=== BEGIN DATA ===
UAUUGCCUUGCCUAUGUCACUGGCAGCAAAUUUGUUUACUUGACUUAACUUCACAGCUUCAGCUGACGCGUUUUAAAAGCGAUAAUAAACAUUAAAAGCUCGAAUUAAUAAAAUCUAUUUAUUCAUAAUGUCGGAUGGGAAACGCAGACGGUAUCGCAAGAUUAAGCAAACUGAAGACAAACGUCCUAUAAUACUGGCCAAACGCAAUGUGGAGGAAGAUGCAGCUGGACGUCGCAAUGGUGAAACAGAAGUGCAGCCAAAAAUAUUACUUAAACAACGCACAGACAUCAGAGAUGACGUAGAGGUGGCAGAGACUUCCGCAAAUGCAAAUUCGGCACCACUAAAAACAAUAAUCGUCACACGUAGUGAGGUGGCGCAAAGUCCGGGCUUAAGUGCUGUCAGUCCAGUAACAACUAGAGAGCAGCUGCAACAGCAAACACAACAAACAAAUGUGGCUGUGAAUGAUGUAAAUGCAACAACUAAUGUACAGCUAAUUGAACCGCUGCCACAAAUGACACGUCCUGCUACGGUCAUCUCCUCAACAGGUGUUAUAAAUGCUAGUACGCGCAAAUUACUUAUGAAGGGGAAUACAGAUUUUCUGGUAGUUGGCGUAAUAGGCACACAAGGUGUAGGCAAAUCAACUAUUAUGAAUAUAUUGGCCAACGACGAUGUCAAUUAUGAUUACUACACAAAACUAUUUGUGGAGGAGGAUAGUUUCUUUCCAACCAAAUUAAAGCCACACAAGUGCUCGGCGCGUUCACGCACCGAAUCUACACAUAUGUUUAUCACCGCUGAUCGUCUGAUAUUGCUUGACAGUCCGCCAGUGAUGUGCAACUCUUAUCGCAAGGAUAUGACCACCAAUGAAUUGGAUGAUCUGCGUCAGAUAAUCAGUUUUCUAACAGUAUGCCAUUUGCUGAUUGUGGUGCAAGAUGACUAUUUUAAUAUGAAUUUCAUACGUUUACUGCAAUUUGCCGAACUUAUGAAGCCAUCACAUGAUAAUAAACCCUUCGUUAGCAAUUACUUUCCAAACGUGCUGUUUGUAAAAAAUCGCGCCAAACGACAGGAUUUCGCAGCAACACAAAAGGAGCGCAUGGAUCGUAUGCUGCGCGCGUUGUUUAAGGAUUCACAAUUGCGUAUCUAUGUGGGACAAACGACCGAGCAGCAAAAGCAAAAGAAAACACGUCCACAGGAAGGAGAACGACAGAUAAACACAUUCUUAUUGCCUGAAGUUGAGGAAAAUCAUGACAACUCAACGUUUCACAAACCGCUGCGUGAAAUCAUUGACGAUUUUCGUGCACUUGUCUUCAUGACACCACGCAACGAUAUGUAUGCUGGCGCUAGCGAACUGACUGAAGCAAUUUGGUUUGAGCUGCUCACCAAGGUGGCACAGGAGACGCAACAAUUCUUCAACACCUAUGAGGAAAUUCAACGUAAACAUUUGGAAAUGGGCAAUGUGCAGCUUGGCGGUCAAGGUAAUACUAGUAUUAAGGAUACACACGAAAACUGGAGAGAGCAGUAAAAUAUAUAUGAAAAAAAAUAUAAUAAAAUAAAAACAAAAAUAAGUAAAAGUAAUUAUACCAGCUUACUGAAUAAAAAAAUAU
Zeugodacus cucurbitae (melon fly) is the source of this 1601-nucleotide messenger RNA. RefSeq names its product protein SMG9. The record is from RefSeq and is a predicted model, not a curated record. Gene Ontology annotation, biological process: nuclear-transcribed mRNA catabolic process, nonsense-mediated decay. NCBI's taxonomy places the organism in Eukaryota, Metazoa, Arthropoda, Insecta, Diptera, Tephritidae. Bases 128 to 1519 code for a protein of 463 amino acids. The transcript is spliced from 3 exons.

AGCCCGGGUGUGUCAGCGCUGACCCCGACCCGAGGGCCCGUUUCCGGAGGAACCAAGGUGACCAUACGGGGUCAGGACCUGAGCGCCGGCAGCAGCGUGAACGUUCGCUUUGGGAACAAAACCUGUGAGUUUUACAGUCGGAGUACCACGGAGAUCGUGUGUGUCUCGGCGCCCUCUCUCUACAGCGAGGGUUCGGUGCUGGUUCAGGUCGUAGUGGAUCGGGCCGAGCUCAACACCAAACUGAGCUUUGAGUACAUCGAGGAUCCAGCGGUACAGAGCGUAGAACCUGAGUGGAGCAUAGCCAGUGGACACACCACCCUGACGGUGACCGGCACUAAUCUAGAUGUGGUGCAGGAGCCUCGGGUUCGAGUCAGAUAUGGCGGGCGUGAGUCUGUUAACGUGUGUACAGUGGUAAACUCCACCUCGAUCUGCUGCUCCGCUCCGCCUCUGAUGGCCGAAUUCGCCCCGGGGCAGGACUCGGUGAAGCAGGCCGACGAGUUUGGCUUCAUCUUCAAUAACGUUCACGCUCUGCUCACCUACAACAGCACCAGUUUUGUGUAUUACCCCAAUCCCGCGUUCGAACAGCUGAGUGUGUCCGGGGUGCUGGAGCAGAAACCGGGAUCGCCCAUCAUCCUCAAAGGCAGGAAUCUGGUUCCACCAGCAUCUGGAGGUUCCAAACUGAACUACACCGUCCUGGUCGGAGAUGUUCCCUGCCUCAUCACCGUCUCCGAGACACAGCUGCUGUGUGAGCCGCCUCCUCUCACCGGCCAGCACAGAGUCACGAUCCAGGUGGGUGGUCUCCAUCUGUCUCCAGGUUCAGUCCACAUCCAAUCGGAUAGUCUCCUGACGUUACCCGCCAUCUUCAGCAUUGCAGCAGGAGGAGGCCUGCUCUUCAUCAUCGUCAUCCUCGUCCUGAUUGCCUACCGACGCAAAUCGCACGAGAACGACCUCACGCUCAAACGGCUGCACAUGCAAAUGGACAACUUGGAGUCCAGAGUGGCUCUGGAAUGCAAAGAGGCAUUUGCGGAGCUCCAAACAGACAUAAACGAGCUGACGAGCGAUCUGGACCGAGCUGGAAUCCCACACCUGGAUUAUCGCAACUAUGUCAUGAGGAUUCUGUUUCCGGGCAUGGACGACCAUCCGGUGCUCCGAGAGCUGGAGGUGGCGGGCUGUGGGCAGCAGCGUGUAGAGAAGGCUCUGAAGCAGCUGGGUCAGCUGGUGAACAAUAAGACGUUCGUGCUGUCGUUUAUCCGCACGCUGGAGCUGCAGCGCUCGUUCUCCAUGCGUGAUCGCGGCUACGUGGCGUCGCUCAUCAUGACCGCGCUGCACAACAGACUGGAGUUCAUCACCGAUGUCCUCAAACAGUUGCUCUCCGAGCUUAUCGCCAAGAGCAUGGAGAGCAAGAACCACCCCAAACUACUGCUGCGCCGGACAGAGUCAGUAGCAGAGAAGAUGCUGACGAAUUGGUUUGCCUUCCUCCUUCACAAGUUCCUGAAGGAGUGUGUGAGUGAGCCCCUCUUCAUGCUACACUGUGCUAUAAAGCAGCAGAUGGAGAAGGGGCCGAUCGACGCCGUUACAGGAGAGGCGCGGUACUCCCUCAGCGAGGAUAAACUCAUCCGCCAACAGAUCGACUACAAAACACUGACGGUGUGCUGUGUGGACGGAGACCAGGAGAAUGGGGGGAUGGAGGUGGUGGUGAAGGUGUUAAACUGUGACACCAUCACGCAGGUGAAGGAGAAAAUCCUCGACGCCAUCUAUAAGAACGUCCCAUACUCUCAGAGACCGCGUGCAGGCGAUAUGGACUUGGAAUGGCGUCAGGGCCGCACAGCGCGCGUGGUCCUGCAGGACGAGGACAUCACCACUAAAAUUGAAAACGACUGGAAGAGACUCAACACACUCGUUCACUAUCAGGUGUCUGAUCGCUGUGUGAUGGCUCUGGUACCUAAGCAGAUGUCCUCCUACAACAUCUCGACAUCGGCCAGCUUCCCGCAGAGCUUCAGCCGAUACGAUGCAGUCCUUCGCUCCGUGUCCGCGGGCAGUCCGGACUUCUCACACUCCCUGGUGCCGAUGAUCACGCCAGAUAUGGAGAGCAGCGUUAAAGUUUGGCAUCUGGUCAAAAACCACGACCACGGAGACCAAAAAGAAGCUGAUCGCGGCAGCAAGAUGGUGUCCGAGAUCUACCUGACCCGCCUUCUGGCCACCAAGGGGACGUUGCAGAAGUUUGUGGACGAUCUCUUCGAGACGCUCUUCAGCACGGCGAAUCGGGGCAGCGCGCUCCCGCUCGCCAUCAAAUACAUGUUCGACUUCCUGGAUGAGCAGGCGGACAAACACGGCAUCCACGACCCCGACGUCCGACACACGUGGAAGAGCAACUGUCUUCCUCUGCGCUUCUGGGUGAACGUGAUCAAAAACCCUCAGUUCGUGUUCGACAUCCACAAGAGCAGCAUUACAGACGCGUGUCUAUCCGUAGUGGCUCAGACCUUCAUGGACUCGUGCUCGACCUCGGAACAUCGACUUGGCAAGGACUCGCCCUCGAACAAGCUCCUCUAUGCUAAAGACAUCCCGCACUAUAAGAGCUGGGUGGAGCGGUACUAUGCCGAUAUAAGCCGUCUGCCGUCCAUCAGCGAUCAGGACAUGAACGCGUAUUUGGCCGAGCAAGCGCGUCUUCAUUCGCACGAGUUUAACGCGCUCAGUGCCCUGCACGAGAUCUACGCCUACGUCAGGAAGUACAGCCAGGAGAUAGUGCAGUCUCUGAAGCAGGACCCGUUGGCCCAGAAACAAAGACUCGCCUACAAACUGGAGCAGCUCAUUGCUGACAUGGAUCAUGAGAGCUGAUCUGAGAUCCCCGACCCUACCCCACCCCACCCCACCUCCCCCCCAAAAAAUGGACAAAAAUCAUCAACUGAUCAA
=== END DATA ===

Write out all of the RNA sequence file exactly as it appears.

UAUUGCCUUGCCUAUGUCACUGGCAGCAAAUUUGUUUACUUGACUUAACUUCACAGCUUCAGCUGACGCGUUUUAAAAGCGAUAAUAAACAUUAAAAGCUCGAAUUAAUAAAAUCUAUUUAUUCAUAAUGUCGGAUGGGAAACGCAGACGGUAUCGCAAGAUUAAGCAAACUGAAGACAAACGUCCUAUAAUACUGGCCAAACGCAAUGUGGAGGAAGAUGCAGCUGGACGUCGCAAUGGUGAAACAGAAGUGCAGCCAAAAAUAUUACUUAAACAACGCACAGACAUCAGAGAUGACGUAGAGGUGGCAGAGACUUCCGCAAAUGCAAAUUCGGCACCACUAAAAACAAUAAUCGUCACACGUAGUGAGGUGGCGCAAAGUCCGGGCUUAAGUGCUGUCAGUCCAGUAACAACUAGAGAGCAGCUGCAACAGCAAACACAACAAACAAAUGUGGCUGUGAAUGAUGUAAAUGCAACAACUAAUGUACAGCUAAUUGAACCGCUGCCACAAAUGACACGUCCUGCUACGGUCAUCUCCUCAACAGGUGUUAUAAAUGCUAGUACGCGCAAAUUACUUAUGAAGGGGAAUACAGAUUUUCUGGUAGUUGGCGUAAUAGGCACACAAGGUGUAGGCAAAUCAACUAUUAUGAAUAUAUUGGCCAACGACGAUGUCAAUUAUGAUUACUACACAAAACUAUUUGUGGAGGAGGAUAGUUUCUUUCCAACCAAAUUAAAGCCACACAAGUGCUCGGCGCGUUCACGCACCGAAUCUACACAUAUGUUUAUCACCGCUGAUCGUCUGAUAUUGCUUGACAGUCCGCCAGUGAUGUGCAACUCUUAUCGCAAGGAUAUGACCACCAAUGAAUUGGAUGAUCUGCGUCAGAUAAUCAGUUUUCUAACAGUAUGCCAUUUGCUGAUUGUGGUGCAAGAUGACUAUUUUAAUAUGAAUUUCAUACGUUUACUGCAAUUUGCCGAACUUAUGAAGCCAUCACAUGAUAAUAAACCCUUCGUUAGCAAUUACUUUCCAAACGUGCUGUUUGUAAAAAAUCGCGCCAAACGACAGGAUUUCGCAGCAACACAAAAGGAGCGCAUGGAUCGUAUGCUGCGCGCGUUGUUUAAGGAUUCACAAUUGCGUAUCUAUGUGGGACAAACGACCGAGCAGCAAAAGCAAAAGAAAACACGUCCACAGGAAGGAGAACGACAGAUAAACACAUUCUUAUUGCCUGAAGUUGAGGAAAAUCAUGACAACUCAACGUUUCACAAACCGCUGCGUGAAAUCAUUGACGAUUUUCGUGCACUUGUCUUCAUGACACCACGCAACGAUAUGUAUGCUGGCGCUAGCGAACUGACUGAAGCAAUUUGGUUUGAGCUGCUCACCAAGGUGGCACAGGAGACGCAACAAUUCUUCAACACCUAUGAGGAAAUUCAACGUAAACAUUUGGAAAUGGGCAAUGUGCAGCUUGGCGGUCAAGGUAAUACUAGUAUUAAGGAUACACACGAAAACUGGAGAGAGCAGUAAAAUAUAUAUGAAAAAAAAUAUAAUAAAAUAAAAACAAAAAUAAGUAAAAGUAAUUAUACCAGCUUACUGAAUAAAAAAAUAU
Zeugodacus cucurbitae (melon fly) is the source of this 1601-nucleotide messenger RNA. RefSeq names its product protein SMG9. The record is from RefSeq and is a predicted model, not a curated record. Gene Ontology annotation, biological process: nuclear-transcribed mRNA catabolic process, nonsense-mediated decay. NCBI's taxonomy places the organism in Eukaryota, Metazoa, Arthropoda, Insecta, Diptera, Tephritidae. Bases 128 to 1519 code for a protein of 463 amino acids. The transcript is spliced from 3 exons.

AGCCCGGGUGUGUCAGCGCUGACCCCGACCCGAGGGCCCGUUUCCGGAGGAACCAAGGUGACCAUACGGGGUCAGGACCUGAGCGCCGGCAGCAGCGUGAACGUUCGCUUUGGGAACAAAACCUGUGAGUUUUACAGUCGGAGUACCACGGAGAUCGUGUGUGUCUCGGCGCCCUCUCUCUACAGCGAGGGUUCGGUGCUGGUUCAGGUCGUAGUGGAUCGGGCCGAGCUCAACACCAAACUGAGCUUUGAGUACAUCGAGGAUCCAGCGGUACAGAGCGUAGAACCUGAGUGGAGCAUAGCCAGUGGACACACCACCCUGACGGUGACCGGCACUAAUCUAGAUGUGGUGCAGGAGCCUCGGGUUCGAGUCAGAUAUGGCGGGCGUGAGUCUGUUAACGUGUGUACAGUGGUAAACUCCACCUCGAUCUGCUGCUCCGCUCCGCCUCUGAUGGCCGAAUUCGCCCCGGGGCAGGACUCGGUGAAGCAGGCCGACGAGUUUGGCUUCAUCUUCAAUAACGUUCACGCUCUGCUCACCUACAACAGCACCAGUUUUGUGUAUUACCCCAAUCCCGCGUUCGAACAGCUGAGUGUGUCCGGGGUGCUGGAGCAGAAACCGGGAUCGCCCAUCAUCCUCAAAGGCAGGAAUCUGGUUCCACCAGCAUCUGGAGGUUCCAAACUGAACUACACCGUCCUGGUCGGAGAUGUUCCCUGCCUCAUCACCGUCUCCGAGACACAGCUGCUGUGUGAGCCGCCUCCUCUCACCGGCCAGCACAGAGUCACGAUCCAGGUGGGUGGUCUCCAUCUGUCUCCAGGUUCAGUCCACAUCCAAUCGGAUAGUCUCCUGACGUUACCCGCCAUCUUCAGCAUUGCAGCAGGAGGAGGCCUGCUCUUCAUCAUCGUCAUCCUCGUCCUGAUUGCCUACCGACGCAAAUCGCACGAGAACGACCUCACGCUCAAACGGCUGCACAUGCAAAUGGACAACUUGGAGUCCAGAGUGGCUCUGGAAUGCAAAGAGGCAUUUGCGGAGCUCCAAACAGACAUAAACGAGCUGACGAGCGAUCUGGACCGAGCUGGAAUCCCACACCUGGAUUAUCGCAACUAUGUCAUGAGGAUUCUGUUUCCGGGCAUGGACGACCAUCCGGUGCUCCGAGAGCUGGAGGUGGCGGGCUGUGGGCAGCAGCGUGUAGAGAAGGCUCUGAAGCAGCUGGGUCAGCUGGUGAACAAUAAGACGUUCGUGCUGUCGUUUAUCCGCACGCUGGAGCUGCAGCGCUCGUUCUCCAUGCGUGAUCGCGGCUACGUGGCGUCGCUCAUCAUGACCGCGCUGCACAACAGACUGGAGUUCAUCACCGAUGUCCUCAAACAGUUGCUCUCCGAGCUUAUCGCCAAGAGCAUGGAGAGCAAGAACCACCCCAAACUACUGCUGCGCCGGACAGAGUCAGUAGCAGAGAAGAUGCUGACGAAUUGGUUUGCCUUCCUCCUUCACAAGUUCCUGAAGGAGUGUGUGAGUGAGCCCCUCUUCAUGCUACACUGUGCUAUAAAGCAGCAGAUGGAGAAGGGGCCGAUCGACGCCGUUACAGGAGAGGCGCGGUACUCCCUCAGCGAGGAUAAACUCAUCCGCCAACAGAUCGACUACAAAACACUGACGGUGUGCUGUGUGGACGGAGACCAGGAGAAUGGGGGGAUGGAGGUGGUGGUGAAGGUGUUAAACUGUGACACCAUCACGCAGGUGAAGGAGAAAAUCCUCGACGCCAUCUAUAAGAACGUCCCAUACUCUCAGAGACCGCGUGCAGGCGAUAUGGACUUGGAAUGGCGUCAGGGCCGCACAGCGCGCGUGGUCCUGCAGGACGAGGACAUCACCACUAAAAUUGAAAACGACUGGAAGAGACUCAACACACUCGUUCACUAUCAGGUGUCUGAUCGCUGUGUGAUGGCUCUGGUACCUAAGCAGAUGUCCUCCUACAACAUCUCGACAUCGGCCAGCUUCCCGCAGAGCUUCAGCCGAUACGAUGCAGUCCUUCGCUCCGUGUCCGCGGGCAGUCCGGACUUCUCACACUCCCUGGUGCCGAUGAUCACGCCAGAUAUGGAGAGCAGCGUUAAAGUUUGGCAUCUGGUCAAAAACCACGACCACGGAGACCAAAAAGAAGCUGAUCGCGGCAGCAAGAUGGUGUCCGAGAUCUACCUGACCCGCCUUCUGGCCACCAAGGGGACGUUGCAGAAGUUUGUGGACGAUCUCUUCGAGACGCUCUUCAGCACGGCGAAUCGGGGCAGCGCGCUCCCGCUCGCCAUCAAAUACAUGUUCGACUUCCUGGAUGAGCAGGCGGACAAACACGGCAUCCACGACCCCGACGUCCGACACACGUGGAAGAGCAACUGUCUUCCUCUGCGCUUCUGGGUGAACGUGAUCAAAAACCCUCAGUUCGUGUUCGACAUCCACAAGAGCAGCAUUACAGACGCGUGUCUAUCCGUAGUGGCUCAGACCUUCAUGGACUCGUGCUCGACCUCGGAACAUCGACUUGGCAAGGACUCGCCCUCGAACAAGCUCCUCUAUGCUAAAGACAUCCCGCACUAUAAGAGCUGGGUGGAGCGGUACUAUGCCGAUAUAAGCCGUCUGCCGUCCAUCAGCGAUCAGGACAUGAACGCGUAUUUGGCCGAGCAAGCGCGUCUUCAUUCGCACGAGUUUAACGCGCUCAGUGCCCUGCACGAGAUCUACGCCUACGUCAGGAAGUACAGCCAGGAGAUAGUGCAGUCUCUGAAGCAGGACCCGUUGGCCCAGAAACAAAGACUCGCCUACAAACUGGAGCAGCUCAUUGCUGACAUGGAUCAUGAGAGCUGAUCUGAGAUCCCCGACCCUACCCCACCCCACCCCACCUCCCCCCCAAAAAAUGGACAAAAAUCAUCAACUGAUCAA